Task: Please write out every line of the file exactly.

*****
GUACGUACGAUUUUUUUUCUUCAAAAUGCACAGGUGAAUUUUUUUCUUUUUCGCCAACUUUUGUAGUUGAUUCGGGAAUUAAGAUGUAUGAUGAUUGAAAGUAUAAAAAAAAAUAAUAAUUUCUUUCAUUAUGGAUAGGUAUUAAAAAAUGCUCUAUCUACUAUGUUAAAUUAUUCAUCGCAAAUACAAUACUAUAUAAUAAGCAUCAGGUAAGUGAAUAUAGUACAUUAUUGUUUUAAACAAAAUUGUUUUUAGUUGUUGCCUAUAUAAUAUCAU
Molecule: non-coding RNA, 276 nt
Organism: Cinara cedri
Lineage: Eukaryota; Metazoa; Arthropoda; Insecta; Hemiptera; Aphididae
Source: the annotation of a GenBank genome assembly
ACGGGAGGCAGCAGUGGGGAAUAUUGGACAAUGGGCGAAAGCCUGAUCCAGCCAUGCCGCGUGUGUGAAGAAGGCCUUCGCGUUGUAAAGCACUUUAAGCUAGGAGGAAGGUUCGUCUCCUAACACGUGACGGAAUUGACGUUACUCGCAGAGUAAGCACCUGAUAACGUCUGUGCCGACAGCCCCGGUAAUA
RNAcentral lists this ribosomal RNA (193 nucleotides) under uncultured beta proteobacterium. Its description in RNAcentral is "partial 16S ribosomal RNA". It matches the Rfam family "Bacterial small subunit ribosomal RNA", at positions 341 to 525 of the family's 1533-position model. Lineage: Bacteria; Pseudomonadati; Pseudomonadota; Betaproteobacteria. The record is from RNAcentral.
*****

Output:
GUACGUACGAUUUUUUUUCUUCAAAAUGCACAGGUGAAUUUUUUUCUUUUUCGCCAACUUUUGUAGUUGAUUCGGGAAUUAAGAUGUAUGAUGAUUGAAAGUAUAAAAAAAAAUAAUAAUUUCUUUCAUUAUGGAUAGGUAUUAAAAAAUGCUCUAUCUACUAUGUUAAAUUAUUCAUCGCAAAUACAAUACUAUAUAAUAAGCAUCAGGUAAGUGAAUAUAGUACAUUAUUGUUUUAAACAAAAUUGUUUUUAGUUGUUGCCUAUAUAAUAUCAU
Molecule: non-coding RNA, 276 nt
Organism: Cinara cedri
Lineage: Eukaryota; Metazoa; Arthropoda; Insecta; Hemiptera; Aphididae
Source: the annotation of a GenBank genome assembly
ACGGGAGGCAGCAGUGGGGAAUAUUGGACAAUGGGCGAAAGCCUGAUCCAGCCAUGCCGCGUGUGUGAAGAAGGCCUUCGCGUUGUAAAGCACUUUAAGCUAGGAGGAAGGUUCGUCUCCUAACACGUGACGGAAUUGACGUUACUCGCAGAGUAAGCACCUGAUAACGUCUGUGCCGACAGCCCCGGUAAUA
RNAcentral lists this ribosomal RNA (193 nucleotides) under uncultured beta proteobacterium. Its description in RNAcentral is "partial 16S ribosomal RNA". It matches the Rfam family "Bacterial small subunit ribosomal RNA", at positions 341 to 525 of the family's 1533-position model. Lineage: Bacteria; Pseudomonadati; Pseudomonadota; Betaproteobacteria. The record is from RNAcentral.